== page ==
"This house is my personal work of art," she said of her 400-year-old hotel. "And then someone comes here and copies it — for me, it's as if a painter copies someone else's artwork."
The Chinese developers are advertising the project as low-density, high-end residential development "surrounded by mountains with mountain and lake views," to be built "in a European architectural style, with a commercial street built with the characteristics of an Austrian-style town."
But at the Chinese site, in the city of Huizhou about 100 miles (60 kilometers) north of the border with Hong Kong, there is little to indicate that the copycat version will ever approximate the beauty of the original.
A few low-rise buildings are in the early stages of construction, their frames covered with bamboo scaffolding and green mesh. Cranes and trucks moved around the area Friday dodging workers carrying steel construction elements.
Though the area is hilly, there was not an alpine peak in sight and the waters of a nearby lake — apparently the faux Lake Hallstatt to be — were green and murky. Instead of mirroring majestic alpine mountaintops, several dead fish floated on the surface.
Minmetals executive Crystal He says the developer plans to copy all of Hallstatt's touristic core. She said the project will spread over 20,000 square meters — nearly 5 acres — and will include a shop selling Austrian-style glass crystal and other souvenirs.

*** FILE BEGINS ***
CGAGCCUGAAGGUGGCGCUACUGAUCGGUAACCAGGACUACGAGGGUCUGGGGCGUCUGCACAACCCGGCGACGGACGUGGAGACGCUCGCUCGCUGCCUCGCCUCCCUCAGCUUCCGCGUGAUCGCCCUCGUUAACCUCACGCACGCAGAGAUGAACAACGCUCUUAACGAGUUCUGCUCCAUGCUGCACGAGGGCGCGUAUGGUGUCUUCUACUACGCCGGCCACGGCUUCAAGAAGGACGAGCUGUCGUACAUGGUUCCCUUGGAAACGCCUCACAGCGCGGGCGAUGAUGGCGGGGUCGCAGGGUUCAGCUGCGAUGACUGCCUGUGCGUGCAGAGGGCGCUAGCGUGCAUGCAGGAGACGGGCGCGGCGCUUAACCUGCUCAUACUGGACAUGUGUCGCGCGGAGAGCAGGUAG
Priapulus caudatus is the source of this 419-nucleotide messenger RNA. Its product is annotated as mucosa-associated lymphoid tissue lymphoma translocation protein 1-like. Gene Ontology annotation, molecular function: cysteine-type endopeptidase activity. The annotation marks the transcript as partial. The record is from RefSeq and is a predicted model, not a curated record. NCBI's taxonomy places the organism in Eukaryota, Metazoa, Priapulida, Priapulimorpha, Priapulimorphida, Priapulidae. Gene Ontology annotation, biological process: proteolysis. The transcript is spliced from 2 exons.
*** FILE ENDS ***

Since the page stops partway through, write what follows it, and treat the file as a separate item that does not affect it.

The subdevelopment will likely appeal not only to upscale Chinese but also "Caucasian people living in Hong Kong who are homesick," she said.
Wenger, the Hallstatt hotel owner, noted the drawings in her possession show sections of Hallstatt in mirror image — possibly suggesting an effort to evade copyright claims. But Minmetals' He said the idea was never to copy the Austrian town down to its last details.
There will be no issues with "so-called intellectual property," she said.
Barbara Neubauer, the head of Austria's monument conservation office, which has placed much of the village under its authority, said there is nothing her office could do against copy-catters even if it wanted to. She said any legal action would be up to individual owners who felt their rights were violated by the Chinese.
Wenger and Scheutz, the Hallstatt mayor, said no such moves are planned, with both expressing the conviction that ultimately the benefits of the Chinese copy will outweigh any hard feelings caused by the secretive approach.
"Hallstatt has a centuries-old culture," says Scheutz. "This is something you cannot copy."
Such sentiments are shared by at least some of the hundreds of Chinese visitors swarming Hallstatt daily during the summer months.
"It feels as if I'm going to heaven," says 22-year-old Stacy Xianoquan Yuan of Shandong, when asked about the feelings that Hallstatt evoked.
Her companion, Darren Yixin Chen, agrees.
"They can never make it as perfect as here," says the 23-year old, from Shanghai.
Associated Press writer Kelvin Chan and video journalist Annie Ho contributed from Hong-Kong and Huizhou, China.